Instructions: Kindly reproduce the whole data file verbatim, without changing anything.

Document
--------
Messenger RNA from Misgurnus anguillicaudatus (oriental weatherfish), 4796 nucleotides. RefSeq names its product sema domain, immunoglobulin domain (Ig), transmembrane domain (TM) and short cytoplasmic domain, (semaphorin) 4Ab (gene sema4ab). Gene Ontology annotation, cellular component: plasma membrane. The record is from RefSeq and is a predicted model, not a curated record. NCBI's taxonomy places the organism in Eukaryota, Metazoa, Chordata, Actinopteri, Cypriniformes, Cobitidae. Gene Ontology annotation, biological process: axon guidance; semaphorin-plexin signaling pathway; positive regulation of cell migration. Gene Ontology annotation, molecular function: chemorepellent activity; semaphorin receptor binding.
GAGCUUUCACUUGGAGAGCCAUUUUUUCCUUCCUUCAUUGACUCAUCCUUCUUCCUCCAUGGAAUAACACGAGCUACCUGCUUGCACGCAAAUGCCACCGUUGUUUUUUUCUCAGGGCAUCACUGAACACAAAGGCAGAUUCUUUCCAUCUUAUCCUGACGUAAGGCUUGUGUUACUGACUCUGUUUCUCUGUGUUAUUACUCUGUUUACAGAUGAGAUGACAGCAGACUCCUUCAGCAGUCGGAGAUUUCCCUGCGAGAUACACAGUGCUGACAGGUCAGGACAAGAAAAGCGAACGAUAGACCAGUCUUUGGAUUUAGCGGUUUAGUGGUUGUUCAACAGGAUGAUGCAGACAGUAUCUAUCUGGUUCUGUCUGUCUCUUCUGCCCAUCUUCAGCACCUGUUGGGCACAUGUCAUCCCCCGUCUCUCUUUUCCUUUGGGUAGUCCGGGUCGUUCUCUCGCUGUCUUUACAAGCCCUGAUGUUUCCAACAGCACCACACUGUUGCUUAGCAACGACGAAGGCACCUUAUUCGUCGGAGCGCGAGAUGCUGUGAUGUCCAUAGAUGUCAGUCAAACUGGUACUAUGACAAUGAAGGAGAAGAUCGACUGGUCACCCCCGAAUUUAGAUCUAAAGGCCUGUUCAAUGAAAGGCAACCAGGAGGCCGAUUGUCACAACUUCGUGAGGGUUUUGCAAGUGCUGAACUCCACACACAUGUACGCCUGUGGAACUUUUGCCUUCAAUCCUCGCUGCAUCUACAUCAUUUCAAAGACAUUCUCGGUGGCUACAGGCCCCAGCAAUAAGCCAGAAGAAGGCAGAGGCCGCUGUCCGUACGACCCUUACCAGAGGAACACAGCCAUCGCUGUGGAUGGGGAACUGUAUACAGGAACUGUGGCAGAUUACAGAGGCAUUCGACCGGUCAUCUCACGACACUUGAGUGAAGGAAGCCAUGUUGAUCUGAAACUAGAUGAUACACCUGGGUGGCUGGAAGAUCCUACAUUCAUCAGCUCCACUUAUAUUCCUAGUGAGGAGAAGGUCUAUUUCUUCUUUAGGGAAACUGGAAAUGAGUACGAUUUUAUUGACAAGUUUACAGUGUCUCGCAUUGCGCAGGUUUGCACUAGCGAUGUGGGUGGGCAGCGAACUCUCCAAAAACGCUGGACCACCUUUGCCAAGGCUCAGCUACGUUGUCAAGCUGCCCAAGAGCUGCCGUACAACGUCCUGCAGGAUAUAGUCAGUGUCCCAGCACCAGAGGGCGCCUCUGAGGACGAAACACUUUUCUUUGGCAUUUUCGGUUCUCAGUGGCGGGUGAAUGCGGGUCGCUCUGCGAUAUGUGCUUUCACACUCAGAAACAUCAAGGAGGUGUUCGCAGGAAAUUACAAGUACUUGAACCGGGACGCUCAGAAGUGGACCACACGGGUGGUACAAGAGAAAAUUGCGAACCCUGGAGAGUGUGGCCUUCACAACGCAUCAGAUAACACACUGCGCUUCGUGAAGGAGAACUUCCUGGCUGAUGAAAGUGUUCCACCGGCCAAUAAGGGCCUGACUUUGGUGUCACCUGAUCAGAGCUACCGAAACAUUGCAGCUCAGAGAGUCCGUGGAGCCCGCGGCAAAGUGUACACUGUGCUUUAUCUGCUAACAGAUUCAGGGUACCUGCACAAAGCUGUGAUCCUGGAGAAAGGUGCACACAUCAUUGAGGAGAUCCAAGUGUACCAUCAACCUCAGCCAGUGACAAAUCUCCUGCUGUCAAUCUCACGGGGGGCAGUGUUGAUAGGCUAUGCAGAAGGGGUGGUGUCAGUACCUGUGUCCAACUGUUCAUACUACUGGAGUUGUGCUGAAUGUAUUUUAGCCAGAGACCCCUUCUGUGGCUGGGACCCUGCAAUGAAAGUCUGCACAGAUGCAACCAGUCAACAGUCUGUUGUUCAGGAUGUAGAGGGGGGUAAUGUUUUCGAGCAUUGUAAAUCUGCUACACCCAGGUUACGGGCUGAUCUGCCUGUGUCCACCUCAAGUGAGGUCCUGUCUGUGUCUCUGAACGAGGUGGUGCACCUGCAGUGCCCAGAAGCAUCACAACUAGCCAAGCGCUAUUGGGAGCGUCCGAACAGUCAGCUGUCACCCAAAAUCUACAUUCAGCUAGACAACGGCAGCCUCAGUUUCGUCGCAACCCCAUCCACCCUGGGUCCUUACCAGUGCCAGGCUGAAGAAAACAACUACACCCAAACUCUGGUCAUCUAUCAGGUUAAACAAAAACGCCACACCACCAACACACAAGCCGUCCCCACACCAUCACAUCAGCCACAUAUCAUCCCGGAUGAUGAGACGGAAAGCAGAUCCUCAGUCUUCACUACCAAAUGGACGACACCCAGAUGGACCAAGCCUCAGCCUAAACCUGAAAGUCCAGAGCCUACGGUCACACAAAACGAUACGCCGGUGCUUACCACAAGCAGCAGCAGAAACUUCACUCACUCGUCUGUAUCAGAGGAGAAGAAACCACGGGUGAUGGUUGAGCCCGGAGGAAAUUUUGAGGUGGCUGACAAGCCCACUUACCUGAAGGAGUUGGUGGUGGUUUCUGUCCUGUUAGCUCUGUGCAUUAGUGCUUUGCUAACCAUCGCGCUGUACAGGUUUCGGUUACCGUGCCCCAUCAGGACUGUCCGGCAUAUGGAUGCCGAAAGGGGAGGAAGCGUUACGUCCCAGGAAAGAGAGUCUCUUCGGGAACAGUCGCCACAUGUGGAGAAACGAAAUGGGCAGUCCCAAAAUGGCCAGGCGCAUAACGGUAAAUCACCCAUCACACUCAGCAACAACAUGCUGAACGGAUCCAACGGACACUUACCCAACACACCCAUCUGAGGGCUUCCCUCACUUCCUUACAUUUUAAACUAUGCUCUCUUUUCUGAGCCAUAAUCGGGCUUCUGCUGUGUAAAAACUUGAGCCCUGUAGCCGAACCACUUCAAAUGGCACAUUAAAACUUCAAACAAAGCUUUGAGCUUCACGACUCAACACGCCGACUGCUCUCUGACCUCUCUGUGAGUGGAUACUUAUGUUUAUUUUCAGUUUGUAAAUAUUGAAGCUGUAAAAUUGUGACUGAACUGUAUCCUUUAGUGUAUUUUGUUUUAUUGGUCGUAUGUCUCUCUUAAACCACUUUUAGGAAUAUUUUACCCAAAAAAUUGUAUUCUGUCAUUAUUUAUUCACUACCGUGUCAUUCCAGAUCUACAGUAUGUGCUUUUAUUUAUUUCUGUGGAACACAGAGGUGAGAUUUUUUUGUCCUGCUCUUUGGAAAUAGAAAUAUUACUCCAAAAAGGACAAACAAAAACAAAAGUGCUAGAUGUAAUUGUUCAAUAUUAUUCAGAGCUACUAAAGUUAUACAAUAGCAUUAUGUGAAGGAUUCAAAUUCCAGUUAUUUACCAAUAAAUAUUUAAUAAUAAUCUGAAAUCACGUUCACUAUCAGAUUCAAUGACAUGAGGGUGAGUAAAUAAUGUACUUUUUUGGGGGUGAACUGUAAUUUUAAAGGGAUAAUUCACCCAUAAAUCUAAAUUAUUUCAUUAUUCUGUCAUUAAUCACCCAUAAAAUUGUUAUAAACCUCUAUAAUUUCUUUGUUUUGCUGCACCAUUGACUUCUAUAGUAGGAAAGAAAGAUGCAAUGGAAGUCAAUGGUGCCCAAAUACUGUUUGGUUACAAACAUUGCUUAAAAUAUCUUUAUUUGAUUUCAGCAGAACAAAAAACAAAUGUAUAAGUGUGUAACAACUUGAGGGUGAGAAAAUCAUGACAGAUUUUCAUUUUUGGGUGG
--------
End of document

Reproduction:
Messenger RNA from Misgurnus anguillicaudatus (oriental weatherfish), 4796 nucleotides. RefSeq names its product sema domain, immunoglobulin domain (Ig), transmembrane domain (TM) and short cytoplasmic domain, (semaphorin) 4Ab (gene sema4ab). Gene Ontology annotation, cellular component: plasma membrane. The record is from RefSeq and is a predicted model, not a curated record. NCBI's taxonomy places the organism in Eukaryota, Metazoa, Chordata, Actinopteri, Cypriniformes, Cobitidae. Gene Ontology annotation, biological process: axon guidance; semaphorin-plexin signaling pathway; positive regulation of cell migration. Gene Ontology annotation, molecular function: chemorepellent activity; semaphorin receptor binding.
GAGCUUUCACUUGGAGAGCCAUUUUUUCCUUCCUUCAUUGACUCAUCCUUCUUCCUCCAUGGAAUAACACGAGCUACCUGCUUGCACGCAAAUGCCACCGUUGUUUUUUUCUCAGGGCAUCACUGAACACAAAGGCAGAUUCUUUCCAUCUUAUCCUGACGUAAGGCUUGUGUUACUGACUCUGUUUCUCUGUGUUAUUACUCUGUUUACAGAUGAGAUGACAGCAGACUCCUUCAGCAGUCGGAGAUUUCCCUGCGAGAUACACAGUGCUGACAGGUCAGGACAAGAAAAGCGAACGAUAGACCAGUCUUUGGAUUUAGCGGUUUAGUGGUUGUUCAACAGGAUGAUGCAGACAGUAUCUAUCUGGUUCUGUCUGUCUCUUCUGCCCAUCUUCAGCACCUGUUGGGCACAUGUCAUCCCCCGUCUCUCUUUUCCUUUGGGUAGUCCGGGUCGUUCUCUCGCUGUCUUUACAAGCCCUGAUGUUUCCAACAGCACCACACUGUUGCUUAGCAACGACGAAGGCACCUUAUUCGUCGGAGCGCGAGAUGCUGUGAUGUCCAUAGAUGUCAGUCAAACUGGUACUAUGACAAUGAAGGAGAAGAUCGACUGGUCACCCCCGAAUUUAGAUCUAAAGGCCUGUUCAAUGAAAGGCAACCAGGAGGCCGAUUGUCACAACUUCGUGAGGGUUUUGCAAGUGCUGAACUCCACACACAUGUACGCCUGUGGAACUUUUGCCUUCAAUCCUCGCUGCAUCUACAUCAUUUCAAAGACAUUCUCGGUGGCUACAGGCCCCAGCAAUAAGCCAGAAGAAGGCAGAGGCCGCUGUCCGUACGACCCUUACCAGAGGAACACAGCCAUCGCUGUGGAUGGGGAACUGUAUACAGGAACUGUGGCAGAUUACAGAGGCAUUCGACCGGUCAUCUCACGACACUUGAGUGAAGGAAGCCAUGUUGAUCUGAAACUAGAUGAUACACCUGGGUGGCUGGAAGAUCCUACAUUCAUCAGCUCCACUUAUAUUCCUAGUGAGGAGAAGGUCUAUUUCUUCUUUAGGGAAACUGGAAAUGAGUACGAUUUUAUUGACAAGUUUACAGUGUCUCGCAUUGCGCAGGUUUGCACUAGCGAUGUGGGUGGGCAGCGAACUCUCCAAAAACGCUGGACCACCUUUGCCAAGGCUCAGCUACGUUGUCAAGCUGCCCAAGAGCUGCCGUACAACGUCCUGCAGGAUAUAGUCAGUGUCCCAGCACCAGAGGGCGCCUCUGAGGACGAAACACUUUUCUUUGGCAUUUUCGGUUCUCAGUGGCGGGUGAAUGCGGGUCGCUCUGCGAUAUGUGCUUUCACACUCAGAAACAUCAAGGAGGUGUUCGCAGGAAAUUACAAGUACUUGAACCGGGACGCUCAGAAGUGGACCACACGGGUGGUACAAGAGAAAAUUGCGAACCCUGGAGAGUGUGGCCUUCACAACGCAUCAGAUAACACACUGCGCUUCGUGAAGGAGAACUUCCUGGCUGAUGAAAGUGUUCCACCGGCCAAUAAGGGCCUGACUUUGGUGUCACCUGAUCAGAGCUACCGAAACAUUGCAGCUCAGAGAGUCCGUGGAGCCCGCGGCAAAGUGUACACUGUGCUUUAUCUGCUAACAGAUUCAGGGUACCUGCACAAAGCUGUGAUCCUGGAGAAAGGUGCACACAUCAUUGAGGAGAUCCAAGUGUACCAUCAACCUCAGCCAGUGACAAAUCUCCUGCUGUCAAUCUCACGGGGGGCAGUGUUGAUAGGCUAUGCAGAAGGGGUGGUGUCAGUACCUGUGUCCAACUGUUCAUACUACUGGAGUUGUGCUGAAUGUAUUUUAGCCAGAGACCCCUUCUGUGGCUGGGACCCUGCAAUGAAAGUCUGCACAGAUGCAACCAGUCAACAGUCUGUUGUUCAGGAUGUAGAGGGGGGUAAUGUUUUCGAGCAUUGUAAAUCUGCUACACCCAGGUUACGGGCUGAUCUGCCUGUGUCCACCUCAAGUGAGGUCCUGUCUGUGUCUCUGAACGAGGUGGUGCACCUGCAGUGCCCAGAAGCAUCACAACUAGCCAAGCGCUAUUGGGAGCGUCCGAACAGUCAGCUGUCACCCAAAAUCUACAUUCAGCUAGACAACGGCAGCCUCAGUUUCGUCGCAACCCCAUCCACCCUGGGUCCUUACCAGUGCCAGGCUGAAGAAAACAACUACACCCAAACUCUGGUCAUCUAUCAGGUUAAACAAAAACGCCACACCACCAACACACAAGCCGUCCCCACACCAUCACAUCAGCCACAUAUCAUCCCGGAUGAUGAGACGGAAAGCAGAUCCUCAGUCUUCACUACCAAAUGGACGACACCCAGAUGGACCAAGCCUCAGCCUAAACCUGAAAGUCCAGAGCCUACGGUCACACAAAACGAUACGCCGGUGCUUACCACAAGCAGCAGCAGAAACUUCACUCACUCGUCUGUAUCAGAGGAGAAGAAACCACGGGUGAUGGUUGAGCCCGGAGGAAAUUUUGAGGUGGCUGACAAGCCCACUUACCUGAAGGAGUUGGUGGUGGUUUCUGUCCUGUUAGCUCUGUGCAUUAGUGCUUUGCUAACCAUCGCGCUGUACAGGUUUCGGUUACCGUGCCCCAUCAGGACUGUCCGGCAUAUGGAUGCCGAAAGGGGAGGAAGCGUUACGUCCCAGGAAAGAGAGUCUCUUCGGGAACAGUCGCCACAUGUGGAGAAACGAAAUGGGCAGUCCCAAAAUGGCCAGGCGCAUAACGGUAAAUCACCCAUCACACUCAGCAACAACAUGCUGAACGGAUCCAACGGACACUUACCCAACACACCCAUCUGAGGGCUUCCCUCACUUCCUUACAUUUUAAACUAUGCUCUCUUUUCUGAGCCAUAAUCGGGCUUCUGCUGUGUAAAAACUUGAGCCCUGUAGCCGAACCACUUCAAAUGGCACAUUAAAACUUCAAACAAAGCUUUGAGCUUCACGACUCAACACGCCGACUGCUCUCUGACCUCUCUGUGAGUGGAUACUUAUGUUUAUUUUCAGUUUGUAAAUAUUGAAGCUGUAAAAUUGUGACUGAACUGUAUCCUUUAGUGUAUUUUGUUUUAUUGGUCGUAUGUCUCUCUUAAACCACUUUUAGGAAUAUUUUACCCAAAAAAUUGUAUUCUGUCAUUAUUUAUUCACUACCGUGUCAUUCCAGAUCUACAGUAUGUGCUUUUAUUUAUUUCUGUGGAACACAGAGGUGAGAUUUUUUUGUCCUGCUCUUUGGAAAUAGAAAUAUUACUCCAAAAAGGACAAACAAAAACAAAAGUGCUAGAUGUAAUUGUUCAAUAUUAUUCAGAGCUACUAAAGUUAUACAAUAGCAUUAUGUGAAGGAUUCAAAUUCCAGUUAUUUACCAAUAAAUAUUUAAUAAUAAUCUGAAAUCACGUUCACUAUCAGAUUCAAUGACAUGAGGGUGAGUAAAUAAUGUACUUUUUUGGGGGUGAACUGUAAUUUUAAAGGGAUAAUUCACCCAUAAAUCUAAAUUAUUUCAUUAUUCUGUCAUUAAUCACCCAUAAAAUUGUUAUAAACCUCUAUAAUUUCUUUGUUUUGCUGCACCAUUGACUUCUAUAGUAGGAAAGAAAGAUGCAAUGGAAGUCAAUGGUGCCCAAAUACUGUUUGGUUACAAACAUUGCUUAAAAUAUCUUUAUUUGAUUUCAGCAGAACAAAAAACAAAUGUAUAAGUGUGUAACAACUUGAGGGUGAGAAAAUCAUGACAGAUUUUCAUUUUUGGGUGG